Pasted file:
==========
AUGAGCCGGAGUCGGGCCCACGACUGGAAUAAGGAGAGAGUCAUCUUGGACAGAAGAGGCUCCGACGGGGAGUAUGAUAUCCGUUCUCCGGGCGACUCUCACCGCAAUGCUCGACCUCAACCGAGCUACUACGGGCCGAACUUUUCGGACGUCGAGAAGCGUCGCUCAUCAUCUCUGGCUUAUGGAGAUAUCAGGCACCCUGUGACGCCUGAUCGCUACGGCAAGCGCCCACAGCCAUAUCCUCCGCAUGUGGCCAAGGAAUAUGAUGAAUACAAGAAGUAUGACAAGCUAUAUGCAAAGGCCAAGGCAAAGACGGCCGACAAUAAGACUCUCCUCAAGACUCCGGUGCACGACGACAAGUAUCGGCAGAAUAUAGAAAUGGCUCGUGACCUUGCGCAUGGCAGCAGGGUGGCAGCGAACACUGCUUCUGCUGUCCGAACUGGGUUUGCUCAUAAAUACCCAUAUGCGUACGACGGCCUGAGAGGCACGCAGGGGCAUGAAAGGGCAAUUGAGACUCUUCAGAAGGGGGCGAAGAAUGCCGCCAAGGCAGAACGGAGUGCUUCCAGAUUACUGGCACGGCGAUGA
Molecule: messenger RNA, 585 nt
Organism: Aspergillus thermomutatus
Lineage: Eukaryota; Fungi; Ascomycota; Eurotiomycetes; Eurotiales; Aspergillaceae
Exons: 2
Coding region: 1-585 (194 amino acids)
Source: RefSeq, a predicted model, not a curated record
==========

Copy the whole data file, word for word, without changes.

AUGAGCCGGAGUCGGGCCCACGACUGGAAUAAGGAGAGAGUCAUCUUGGACAGAAGAGGCUCCGACGGGGAGUAUGAUAUCCGUUCUCCGGGCGACUCUCACCGCAAUGCUCGACCUCAACCGAGCUACUACGGGCCGAACUUUUCGGACGUCGAGAAGCGUCGCUCAUCAUCUCUGGCUUAUGGAGAUAUCAGGCACCCUGUGACGCCUGAUCGCUACGGCAAGCGCCCACAGCCAUAUCCUCCGCAUGUGGCCAAGGAAUAUGAUGAAUACAAGAAGUAUGACAAGCUAUAUGCAAAGGCCAAGGCAAAGACGGCCGACAAUAAGACUCUCCUCAAGACUCCGGUGCACGACGACAAGUAUCGGCAGAAUAUAGAAAUGGCUCGUGACCUUGCGCAUGGCAGCAGGGUGGCAGCGAACACUGCUUCUGCUGUCCGAACUGGGUUUGCUCAUAAAUACCCAUAUGCGUACGACGGCCUGAGAGGCACGCAGGGGCAUGAAAGGGCAAUUGAGACUCUUCAGAAGGGGGCGAAGAAUGCCGCCAAGGCAGAACGGAGUGCUUCCAGAUUACUGGCACGGCGAUGA
Molecule: messenger RNA, 585 nt
Organism: Aspergillus thermomutatus
Lineage: Eukaryota; Fungi; Ascomycota; Eurotiomycetes; Eurotiales; Aspergillaceae
Exons: 2
Coding region: 1-585 (194 amino acids)
Source: RefSeq, a predicted model, not a curated record